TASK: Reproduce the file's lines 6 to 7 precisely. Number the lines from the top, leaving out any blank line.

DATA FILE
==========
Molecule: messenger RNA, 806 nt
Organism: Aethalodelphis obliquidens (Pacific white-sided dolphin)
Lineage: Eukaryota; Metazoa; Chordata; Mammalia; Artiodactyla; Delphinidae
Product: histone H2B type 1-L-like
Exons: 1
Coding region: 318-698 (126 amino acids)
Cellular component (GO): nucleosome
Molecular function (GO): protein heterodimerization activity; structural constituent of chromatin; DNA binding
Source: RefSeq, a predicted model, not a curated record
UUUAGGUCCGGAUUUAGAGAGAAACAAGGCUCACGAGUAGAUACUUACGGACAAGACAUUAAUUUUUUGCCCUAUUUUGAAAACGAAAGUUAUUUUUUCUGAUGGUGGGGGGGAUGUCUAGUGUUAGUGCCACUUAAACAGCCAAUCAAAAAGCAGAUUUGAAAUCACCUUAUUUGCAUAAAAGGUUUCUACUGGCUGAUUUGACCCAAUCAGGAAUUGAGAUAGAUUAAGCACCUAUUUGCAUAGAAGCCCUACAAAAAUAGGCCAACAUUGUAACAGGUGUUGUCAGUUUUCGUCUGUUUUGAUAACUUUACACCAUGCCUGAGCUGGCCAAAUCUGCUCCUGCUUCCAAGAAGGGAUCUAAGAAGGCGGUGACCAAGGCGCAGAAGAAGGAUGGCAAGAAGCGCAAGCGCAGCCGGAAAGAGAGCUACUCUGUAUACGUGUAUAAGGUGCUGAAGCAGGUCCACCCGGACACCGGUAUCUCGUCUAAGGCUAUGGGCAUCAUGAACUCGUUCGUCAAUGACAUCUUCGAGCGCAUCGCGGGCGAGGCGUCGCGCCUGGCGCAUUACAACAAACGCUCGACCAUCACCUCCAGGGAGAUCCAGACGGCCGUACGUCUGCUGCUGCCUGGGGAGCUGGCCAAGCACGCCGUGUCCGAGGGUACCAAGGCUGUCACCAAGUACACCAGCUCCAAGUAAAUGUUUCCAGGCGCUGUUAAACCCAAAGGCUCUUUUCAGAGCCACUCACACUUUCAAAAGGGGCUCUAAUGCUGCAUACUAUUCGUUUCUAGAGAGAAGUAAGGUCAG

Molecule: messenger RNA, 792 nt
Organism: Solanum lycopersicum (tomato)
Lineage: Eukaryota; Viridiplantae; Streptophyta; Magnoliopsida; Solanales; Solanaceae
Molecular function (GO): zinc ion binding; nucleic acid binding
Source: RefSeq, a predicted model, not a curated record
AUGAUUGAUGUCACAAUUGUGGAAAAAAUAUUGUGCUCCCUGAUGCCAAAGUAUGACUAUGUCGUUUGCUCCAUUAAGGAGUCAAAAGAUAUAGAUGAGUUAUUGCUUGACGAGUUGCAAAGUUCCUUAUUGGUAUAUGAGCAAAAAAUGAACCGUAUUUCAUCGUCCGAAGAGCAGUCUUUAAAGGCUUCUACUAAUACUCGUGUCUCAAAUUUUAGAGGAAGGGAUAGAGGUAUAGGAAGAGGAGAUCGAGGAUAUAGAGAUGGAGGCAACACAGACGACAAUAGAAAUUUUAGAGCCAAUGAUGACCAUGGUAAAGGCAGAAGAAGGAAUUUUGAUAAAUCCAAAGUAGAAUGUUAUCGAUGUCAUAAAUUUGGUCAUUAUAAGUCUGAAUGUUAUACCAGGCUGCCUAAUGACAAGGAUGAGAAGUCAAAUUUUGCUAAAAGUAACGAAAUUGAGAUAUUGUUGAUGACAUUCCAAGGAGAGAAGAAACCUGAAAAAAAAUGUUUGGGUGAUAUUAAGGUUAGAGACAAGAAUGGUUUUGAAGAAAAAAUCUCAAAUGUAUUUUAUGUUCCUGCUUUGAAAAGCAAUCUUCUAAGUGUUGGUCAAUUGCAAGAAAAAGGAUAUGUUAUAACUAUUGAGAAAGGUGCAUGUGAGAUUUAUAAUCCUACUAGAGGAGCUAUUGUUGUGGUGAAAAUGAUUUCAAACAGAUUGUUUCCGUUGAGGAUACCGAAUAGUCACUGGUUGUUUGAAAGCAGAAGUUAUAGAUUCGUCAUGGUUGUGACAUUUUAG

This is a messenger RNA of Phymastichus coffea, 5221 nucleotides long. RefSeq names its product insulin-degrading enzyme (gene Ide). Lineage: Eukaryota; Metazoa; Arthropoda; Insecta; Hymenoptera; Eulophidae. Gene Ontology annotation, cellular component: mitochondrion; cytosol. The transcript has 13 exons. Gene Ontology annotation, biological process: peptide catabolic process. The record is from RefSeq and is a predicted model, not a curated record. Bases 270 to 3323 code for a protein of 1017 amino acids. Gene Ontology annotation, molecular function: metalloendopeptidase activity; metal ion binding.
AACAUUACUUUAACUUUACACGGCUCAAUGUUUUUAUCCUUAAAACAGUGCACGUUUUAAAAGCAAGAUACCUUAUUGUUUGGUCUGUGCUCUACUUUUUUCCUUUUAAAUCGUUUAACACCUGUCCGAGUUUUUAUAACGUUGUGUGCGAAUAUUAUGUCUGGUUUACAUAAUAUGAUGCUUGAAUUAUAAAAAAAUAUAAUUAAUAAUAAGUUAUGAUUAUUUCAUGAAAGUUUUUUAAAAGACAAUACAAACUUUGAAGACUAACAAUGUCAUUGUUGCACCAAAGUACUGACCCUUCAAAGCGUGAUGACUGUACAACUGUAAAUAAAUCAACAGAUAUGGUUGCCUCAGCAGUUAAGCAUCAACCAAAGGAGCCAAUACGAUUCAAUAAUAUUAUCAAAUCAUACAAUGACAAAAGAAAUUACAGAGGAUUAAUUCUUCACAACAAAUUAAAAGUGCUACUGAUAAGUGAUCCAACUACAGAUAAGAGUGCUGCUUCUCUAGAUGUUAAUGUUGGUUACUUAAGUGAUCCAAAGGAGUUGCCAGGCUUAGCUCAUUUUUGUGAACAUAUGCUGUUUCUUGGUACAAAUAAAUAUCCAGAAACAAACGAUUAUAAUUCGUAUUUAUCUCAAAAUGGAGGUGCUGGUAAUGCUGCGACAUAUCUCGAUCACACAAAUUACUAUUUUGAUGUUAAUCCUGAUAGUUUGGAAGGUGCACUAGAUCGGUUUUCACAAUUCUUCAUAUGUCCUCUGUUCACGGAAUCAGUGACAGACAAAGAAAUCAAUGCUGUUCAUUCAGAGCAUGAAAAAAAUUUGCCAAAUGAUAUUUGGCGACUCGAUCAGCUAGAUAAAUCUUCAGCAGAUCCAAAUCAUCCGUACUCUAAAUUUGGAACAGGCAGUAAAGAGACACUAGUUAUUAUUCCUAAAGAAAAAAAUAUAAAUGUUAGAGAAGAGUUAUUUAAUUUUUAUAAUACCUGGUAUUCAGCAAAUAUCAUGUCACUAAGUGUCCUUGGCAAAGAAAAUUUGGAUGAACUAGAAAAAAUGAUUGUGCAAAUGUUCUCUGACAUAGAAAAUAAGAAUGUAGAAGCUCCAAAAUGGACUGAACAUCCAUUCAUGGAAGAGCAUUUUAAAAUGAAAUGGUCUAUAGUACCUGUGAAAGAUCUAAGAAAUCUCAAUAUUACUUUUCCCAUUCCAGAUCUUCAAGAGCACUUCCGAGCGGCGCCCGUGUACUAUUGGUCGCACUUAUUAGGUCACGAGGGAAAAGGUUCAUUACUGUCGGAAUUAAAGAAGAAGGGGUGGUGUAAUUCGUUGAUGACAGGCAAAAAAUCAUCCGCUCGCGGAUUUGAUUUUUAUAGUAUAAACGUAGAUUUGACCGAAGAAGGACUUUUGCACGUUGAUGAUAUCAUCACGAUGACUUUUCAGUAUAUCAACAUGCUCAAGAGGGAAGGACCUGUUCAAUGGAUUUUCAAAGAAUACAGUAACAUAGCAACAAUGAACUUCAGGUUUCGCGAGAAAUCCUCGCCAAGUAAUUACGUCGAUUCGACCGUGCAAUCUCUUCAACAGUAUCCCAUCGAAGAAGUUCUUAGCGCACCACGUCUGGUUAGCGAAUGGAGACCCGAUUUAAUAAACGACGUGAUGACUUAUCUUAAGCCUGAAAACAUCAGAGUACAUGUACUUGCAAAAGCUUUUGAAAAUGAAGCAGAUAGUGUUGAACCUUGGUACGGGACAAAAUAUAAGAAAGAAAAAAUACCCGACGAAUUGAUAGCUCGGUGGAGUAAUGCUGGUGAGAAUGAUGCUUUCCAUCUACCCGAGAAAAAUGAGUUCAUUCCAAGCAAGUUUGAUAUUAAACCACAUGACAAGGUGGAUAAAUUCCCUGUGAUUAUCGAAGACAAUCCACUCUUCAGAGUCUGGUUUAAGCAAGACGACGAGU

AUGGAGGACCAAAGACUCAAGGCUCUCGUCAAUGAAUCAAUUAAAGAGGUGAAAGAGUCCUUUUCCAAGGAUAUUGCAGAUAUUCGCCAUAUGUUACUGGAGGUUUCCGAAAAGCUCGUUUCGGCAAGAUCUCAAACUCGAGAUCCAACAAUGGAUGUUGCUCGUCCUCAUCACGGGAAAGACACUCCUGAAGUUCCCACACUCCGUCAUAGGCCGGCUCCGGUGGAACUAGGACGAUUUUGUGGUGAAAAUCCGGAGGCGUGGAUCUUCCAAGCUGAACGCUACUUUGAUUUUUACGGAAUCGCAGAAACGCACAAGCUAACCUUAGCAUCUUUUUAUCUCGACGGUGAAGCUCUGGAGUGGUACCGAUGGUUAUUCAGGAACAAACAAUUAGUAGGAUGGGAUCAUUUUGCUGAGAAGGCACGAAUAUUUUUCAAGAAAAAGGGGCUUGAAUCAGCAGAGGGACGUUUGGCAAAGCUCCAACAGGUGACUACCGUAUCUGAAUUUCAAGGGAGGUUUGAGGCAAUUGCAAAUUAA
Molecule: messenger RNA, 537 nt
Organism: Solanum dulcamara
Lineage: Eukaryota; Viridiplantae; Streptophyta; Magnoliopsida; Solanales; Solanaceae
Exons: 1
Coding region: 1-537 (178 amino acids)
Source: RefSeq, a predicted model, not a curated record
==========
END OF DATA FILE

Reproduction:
Coding region: 318-698 (126 amino acids)
Cellular component (GO): nucleosome